What goes wrong?
It’s too soon in the ID.4’s life for any chinks in its armour to have revealed themselves in sufficient numbers to set any alarm bells ringing. For the time being we can only relay the fact that Volkswagen covers the car with a standard three-year/60,000-mile warranty, and the battery as a separate entity for up to eight years or 100,000 miles. It also throws in three years’ worth of roadside assistance.
Using a home wallbox or on-street point the ID.4’s 11kW on-board charger needs 8 hours 30 minutes to fully replenish the versions equipped with a 52kWh battery, or 12 hours 15 minutes to bring the 77kWh models back up to speed. The 52kWh cars can charge at up to 100kW, and their 77kWh counterparts at up to 125kW, and at rapid chargers both need around 30 minutes to restore 80% of their capacity. As we’ve mentioned previously, buyers would do well to look into VW's We Charge service for public charging – it grants easy access to 150,000 charging points across Europe and opens up preferential rates in the Ionity network.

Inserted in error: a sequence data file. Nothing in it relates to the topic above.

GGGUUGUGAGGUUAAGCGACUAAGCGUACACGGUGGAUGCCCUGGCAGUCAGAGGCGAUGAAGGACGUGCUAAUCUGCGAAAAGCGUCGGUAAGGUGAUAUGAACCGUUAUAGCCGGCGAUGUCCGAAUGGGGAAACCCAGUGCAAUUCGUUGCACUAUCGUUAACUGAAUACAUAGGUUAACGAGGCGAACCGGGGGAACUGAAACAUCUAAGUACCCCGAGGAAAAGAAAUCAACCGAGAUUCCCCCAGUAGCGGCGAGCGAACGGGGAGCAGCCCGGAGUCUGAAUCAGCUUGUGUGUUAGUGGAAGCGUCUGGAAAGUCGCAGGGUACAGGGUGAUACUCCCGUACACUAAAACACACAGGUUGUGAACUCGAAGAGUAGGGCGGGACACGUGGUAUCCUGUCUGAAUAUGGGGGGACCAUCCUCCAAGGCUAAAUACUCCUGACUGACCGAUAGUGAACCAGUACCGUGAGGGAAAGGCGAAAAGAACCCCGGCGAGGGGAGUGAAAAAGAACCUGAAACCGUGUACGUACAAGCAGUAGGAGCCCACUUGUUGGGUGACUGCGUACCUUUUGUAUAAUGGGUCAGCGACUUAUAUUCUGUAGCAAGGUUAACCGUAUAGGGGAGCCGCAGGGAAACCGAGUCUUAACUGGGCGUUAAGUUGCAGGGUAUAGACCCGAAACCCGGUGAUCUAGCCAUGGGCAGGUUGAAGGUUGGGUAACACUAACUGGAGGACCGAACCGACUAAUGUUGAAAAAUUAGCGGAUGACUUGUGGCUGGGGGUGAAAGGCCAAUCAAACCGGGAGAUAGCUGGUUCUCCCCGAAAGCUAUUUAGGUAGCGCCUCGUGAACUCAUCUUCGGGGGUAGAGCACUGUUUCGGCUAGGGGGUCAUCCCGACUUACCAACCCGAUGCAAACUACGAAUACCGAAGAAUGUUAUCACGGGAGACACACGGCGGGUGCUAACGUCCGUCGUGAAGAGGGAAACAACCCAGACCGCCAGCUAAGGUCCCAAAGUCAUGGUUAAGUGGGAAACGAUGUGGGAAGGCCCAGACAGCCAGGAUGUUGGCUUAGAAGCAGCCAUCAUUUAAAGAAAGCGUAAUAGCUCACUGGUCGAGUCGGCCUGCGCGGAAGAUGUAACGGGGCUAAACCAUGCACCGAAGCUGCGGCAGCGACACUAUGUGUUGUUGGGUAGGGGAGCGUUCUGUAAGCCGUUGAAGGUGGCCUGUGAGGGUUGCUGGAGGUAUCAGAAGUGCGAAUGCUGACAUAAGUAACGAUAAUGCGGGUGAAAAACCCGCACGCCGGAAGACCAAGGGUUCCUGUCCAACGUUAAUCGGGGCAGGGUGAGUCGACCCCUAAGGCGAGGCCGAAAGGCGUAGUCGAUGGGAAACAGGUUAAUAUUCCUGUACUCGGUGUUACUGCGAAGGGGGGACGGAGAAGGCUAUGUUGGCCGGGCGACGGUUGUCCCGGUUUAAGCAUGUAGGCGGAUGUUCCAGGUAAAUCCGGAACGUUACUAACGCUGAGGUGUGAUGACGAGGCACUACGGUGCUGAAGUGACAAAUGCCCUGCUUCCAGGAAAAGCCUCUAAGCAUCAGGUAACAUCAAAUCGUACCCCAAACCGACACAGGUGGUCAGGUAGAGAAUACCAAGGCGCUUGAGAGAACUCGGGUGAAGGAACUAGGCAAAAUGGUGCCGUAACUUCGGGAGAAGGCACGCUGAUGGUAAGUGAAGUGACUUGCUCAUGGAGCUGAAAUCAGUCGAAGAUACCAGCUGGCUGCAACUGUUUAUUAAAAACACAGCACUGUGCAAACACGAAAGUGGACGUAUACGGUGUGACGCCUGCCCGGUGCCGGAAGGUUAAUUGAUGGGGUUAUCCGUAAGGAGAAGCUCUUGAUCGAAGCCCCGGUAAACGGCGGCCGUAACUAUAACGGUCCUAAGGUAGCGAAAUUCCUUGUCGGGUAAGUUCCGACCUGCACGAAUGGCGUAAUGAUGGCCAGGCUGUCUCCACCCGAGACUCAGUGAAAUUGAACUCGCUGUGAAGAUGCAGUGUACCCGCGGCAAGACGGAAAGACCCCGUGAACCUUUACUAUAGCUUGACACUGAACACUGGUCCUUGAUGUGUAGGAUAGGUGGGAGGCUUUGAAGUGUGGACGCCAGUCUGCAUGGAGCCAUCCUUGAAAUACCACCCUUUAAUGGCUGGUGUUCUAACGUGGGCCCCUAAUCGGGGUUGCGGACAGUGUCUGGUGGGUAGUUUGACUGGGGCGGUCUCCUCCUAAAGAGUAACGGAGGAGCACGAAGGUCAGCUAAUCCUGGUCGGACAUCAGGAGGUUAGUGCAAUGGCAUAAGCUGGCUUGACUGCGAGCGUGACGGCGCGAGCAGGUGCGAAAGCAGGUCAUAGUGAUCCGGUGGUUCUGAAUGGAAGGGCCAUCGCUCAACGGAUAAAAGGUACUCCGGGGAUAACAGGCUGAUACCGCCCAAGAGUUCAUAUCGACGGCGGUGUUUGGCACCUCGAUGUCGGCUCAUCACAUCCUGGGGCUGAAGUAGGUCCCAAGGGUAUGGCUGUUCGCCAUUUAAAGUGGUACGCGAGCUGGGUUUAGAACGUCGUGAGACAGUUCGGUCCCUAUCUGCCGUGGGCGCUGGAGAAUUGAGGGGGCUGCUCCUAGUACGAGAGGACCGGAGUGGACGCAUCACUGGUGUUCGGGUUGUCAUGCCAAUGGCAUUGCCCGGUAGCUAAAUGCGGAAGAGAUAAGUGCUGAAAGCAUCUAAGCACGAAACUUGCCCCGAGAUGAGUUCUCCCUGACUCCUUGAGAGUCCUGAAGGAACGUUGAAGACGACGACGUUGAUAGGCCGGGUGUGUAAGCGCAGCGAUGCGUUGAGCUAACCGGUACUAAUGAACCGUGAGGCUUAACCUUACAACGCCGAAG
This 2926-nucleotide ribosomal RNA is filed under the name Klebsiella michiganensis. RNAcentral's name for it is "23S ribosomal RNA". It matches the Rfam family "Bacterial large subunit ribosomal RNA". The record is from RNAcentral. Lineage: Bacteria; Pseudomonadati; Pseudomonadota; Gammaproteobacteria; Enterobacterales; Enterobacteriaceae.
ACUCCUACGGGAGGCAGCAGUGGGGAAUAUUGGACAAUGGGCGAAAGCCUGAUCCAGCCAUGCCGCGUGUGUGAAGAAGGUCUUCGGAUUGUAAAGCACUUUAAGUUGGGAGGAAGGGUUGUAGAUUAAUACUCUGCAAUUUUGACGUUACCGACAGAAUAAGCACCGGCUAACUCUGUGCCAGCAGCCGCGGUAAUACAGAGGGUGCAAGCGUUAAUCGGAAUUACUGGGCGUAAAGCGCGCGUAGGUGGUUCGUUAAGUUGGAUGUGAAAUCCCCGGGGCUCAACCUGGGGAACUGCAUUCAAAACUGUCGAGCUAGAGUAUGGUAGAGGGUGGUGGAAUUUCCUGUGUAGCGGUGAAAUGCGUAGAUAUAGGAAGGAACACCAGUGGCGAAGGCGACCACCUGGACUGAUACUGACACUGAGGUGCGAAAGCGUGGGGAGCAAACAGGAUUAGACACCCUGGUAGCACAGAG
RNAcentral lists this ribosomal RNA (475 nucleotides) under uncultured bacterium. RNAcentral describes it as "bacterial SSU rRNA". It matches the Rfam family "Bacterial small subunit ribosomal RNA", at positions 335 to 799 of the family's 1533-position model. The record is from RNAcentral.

As the first Volkswagen SUV to cross the divide between internal combustion and electrification the ID.4 carried quite a weight of expectation on its modishly dressed shoulders, and we’re glad to say this slickly executed package has largely lived up to the promise it held.
It’s not a perfect ten – performance and infotainment arguably fall slightly short of expectations – but with a healthy real-world range in all its forms, a look that’s fittingly fresh and futuristic inside and out, plentiful space and a respectable turn of speed delivered with great manners the ID.4 is a consummate everyday pure-electric SUV.
There’s a big and unavoidable ‘but’ coming, though, because as is increasingly the case these days this accomplished VW shares the limelight with a Skoda sibling that’s even more accommodating, even more affordable and arguably just as capable. Even in these enlightened times, though, there are still buyers who would forego the excellent, and essentially identical, Enyaq iV in favour of the ID.4 on the strength of the VW badge alone, and while they might be a little worse off financially for that, we’re sure they won’t be disappointed.